Netanyahu’s corruption trial resumes amid coronavirus protests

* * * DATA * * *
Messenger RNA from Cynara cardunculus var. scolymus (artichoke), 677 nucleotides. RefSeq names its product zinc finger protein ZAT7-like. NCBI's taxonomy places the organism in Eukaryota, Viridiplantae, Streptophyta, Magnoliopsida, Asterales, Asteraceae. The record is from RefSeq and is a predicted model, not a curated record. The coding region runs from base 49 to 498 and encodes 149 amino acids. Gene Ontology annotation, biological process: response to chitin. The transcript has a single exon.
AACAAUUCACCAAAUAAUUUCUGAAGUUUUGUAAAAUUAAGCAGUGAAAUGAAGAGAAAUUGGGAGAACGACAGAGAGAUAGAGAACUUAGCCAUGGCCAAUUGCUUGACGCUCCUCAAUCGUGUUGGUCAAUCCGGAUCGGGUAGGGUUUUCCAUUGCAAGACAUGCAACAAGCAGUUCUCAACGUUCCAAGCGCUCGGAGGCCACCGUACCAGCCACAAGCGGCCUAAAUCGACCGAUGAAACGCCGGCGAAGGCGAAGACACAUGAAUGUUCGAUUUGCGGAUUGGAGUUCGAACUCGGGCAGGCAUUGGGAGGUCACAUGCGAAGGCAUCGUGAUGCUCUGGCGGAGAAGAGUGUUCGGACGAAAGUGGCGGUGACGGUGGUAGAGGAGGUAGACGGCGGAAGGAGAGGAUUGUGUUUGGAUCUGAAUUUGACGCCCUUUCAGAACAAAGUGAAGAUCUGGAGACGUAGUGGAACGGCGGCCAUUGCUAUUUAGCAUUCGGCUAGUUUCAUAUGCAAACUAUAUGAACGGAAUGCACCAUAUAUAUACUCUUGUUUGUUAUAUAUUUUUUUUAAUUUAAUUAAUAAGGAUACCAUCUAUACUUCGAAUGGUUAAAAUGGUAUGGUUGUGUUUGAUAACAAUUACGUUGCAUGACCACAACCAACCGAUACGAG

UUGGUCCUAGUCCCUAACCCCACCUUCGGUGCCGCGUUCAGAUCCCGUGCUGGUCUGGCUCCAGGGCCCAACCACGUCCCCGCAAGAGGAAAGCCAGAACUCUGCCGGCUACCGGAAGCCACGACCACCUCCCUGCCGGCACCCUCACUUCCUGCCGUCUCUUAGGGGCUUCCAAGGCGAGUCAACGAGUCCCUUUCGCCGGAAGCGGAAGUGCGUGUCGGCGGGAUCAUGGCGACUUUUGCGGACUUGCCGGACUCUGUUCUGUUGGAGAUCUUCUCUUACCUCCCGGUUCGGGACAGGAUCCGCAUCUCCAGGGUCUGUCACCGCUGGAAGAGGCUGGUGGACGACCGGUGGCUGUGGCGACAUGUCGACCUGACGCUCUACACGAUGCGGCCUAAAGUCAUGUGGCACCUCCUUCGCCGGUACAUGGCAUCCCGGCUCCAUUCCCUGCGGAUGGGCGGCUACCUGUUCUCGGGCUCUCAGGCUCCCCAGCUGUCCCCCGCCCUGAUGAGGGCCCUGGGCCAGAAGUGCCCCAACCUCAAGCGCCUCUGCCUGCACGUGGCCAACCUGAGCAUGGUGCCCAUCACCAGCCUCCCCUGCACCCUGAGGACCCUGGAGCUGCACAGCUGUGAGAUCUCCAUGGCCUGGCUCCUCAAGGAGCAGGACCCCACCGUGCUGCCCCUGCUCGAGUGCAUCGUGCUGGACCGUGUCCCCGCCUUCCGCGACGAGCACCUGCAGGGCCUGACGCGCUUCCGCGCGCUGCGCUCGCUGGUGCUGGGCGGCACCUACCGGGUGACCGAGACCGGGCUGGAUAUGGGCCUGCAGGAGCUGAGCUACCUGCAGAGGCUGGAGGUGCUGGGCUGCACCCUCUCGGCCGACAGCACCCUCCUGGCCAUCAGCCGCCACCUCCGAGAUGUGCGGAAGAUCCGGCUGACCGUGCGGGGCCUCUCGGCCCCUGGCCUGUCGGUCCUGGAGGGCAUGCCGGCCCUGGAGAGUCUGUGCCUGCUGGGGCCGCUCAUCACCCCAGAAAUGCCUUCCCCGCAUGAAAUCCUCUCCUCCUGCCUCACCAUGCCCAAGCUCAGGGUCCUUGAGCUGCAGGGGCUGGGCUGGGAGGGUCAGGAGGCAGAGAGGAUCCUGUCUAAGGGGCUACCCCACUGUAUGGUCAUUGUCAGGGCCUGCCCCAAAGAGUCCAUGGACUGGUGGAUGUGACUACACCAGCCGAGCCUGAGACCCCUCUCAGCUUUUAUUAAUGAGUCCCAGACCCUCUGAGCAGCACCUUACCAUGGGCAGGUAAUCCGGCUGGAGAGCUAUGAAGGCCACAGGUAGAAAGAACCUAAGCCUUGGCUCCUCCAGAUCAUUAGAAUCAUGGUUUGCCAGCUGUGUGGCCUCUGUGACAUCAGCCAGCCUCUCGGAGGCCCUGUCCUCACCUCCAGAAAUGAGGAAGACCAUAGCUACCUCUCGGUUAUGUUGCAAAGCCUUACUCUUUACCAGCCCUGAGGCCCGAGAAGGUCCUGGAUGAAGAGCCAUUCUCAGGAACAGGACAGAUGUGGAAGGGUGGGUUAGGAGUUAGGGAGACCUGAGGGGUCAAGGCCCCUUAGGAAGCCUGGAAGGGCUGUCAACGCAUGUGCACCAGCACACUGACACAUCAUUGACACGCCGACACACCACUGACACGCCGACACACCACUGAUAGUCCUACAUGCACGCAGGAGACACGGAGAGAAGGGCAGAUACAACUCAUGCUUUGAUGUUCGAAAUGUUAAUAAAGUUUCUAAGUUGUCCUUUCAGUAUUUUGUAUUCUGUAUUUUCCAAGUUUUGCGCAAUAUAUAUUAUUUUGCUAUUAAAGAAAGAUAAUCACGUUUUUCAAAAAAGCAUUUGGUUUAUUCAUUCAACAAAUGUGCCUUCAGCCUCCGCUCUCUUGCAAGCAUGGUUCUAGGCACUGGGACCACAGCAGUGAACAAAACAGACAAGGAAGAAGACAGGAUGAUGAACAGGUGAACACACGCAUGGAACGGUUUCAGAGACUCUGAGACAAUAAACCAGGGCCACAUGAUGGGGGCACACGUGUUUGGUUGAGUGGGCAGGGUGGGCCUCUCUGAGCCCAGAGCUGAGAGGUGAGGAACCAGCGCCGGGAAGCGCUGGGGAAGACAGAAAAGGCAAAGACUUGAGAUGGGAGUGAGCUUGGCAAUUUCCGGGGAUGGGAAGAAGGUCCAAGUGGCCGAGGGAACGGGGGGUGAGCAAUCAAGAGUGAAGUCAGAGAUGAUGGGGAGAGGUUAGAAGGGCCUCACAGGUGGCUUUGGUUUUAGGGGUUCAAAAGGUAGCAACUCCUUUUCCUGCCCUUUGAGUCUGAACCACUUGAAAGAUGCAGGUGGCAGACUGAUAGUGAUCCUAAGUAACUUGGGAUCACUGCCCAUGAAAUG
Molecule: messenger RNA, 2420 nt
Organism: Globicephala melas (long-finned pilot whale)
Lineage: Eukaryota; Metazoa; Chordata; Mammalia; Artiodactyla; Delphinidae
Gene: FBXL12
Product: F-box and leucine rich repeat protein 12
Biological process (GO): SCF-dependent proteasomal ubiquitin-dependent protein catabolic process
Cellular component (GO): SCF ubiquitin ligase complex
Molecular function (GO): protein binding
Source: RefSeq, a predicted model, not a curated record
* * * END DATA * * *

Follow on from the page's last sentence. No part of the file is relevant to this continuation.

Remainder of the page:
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Israeli Prime Minister Benjamin Netanyahus graft trial resumed on Sunday after a two-month break amidst mounting protests over his supposed corruption and handling of the coronavirus crisis, reports Reuters.Netanyahu, the very first serving Israeli prime minister to go on trial, did not attend what a spokesperson for the prosecution said would be a technical discussion.His presence was not needed at the session in Jerusalem District Court, where he appeared in May at the opening of the trial to reject charges of bribery, fraud and breach of trust.Netanyahu, 70, was prosecuted in November in cases including gifts from millionaire buddies and for allegedly seeking regulative favours for media magnates in return for favourable coverage.After clinching a union offer three months ago with centrist Benny Gantz, his primary competitor in three undetermined elections given that April 2019, Netanyahu took centre phase in ordering constraints that flattened Israels very first wave of coronavirus infections.But after a sharp increase in COVID-19 cases, high unemployment and reimposed coronavirus curbs in recent weeks, Israelis have actually taken to the streets in practically everyday presentations against him, with public anger compounded by the corruption allegations.On Saturday, cops utilized water cannons to distribute demonstrators around Netanyahus Jerusalem house. In Tel Aviv, Israels commercial hub, thousands gathered to demand better state help to companies injured in the health crisis.Bribery charges bring a sentence of as much as 10 years in prison and/or a fine. Fraud and breach of trust carry a prison sentence of up to 3 years. Unless otherwise specified in the short article above, this work by Middle East Monitor is licensed under a Creative Commons Attribution-NonCommercial-ShareAlike 4.0 International License. This license also applies to them if the image(s) bear our credit. What does that suggest? For other consents, please contact us.Spotted a mistake on this page? Let us knowThis site is safeguarded by reCAPTCHA and the Google Privacy Policy and Terms of Service apply.This material was initially published here.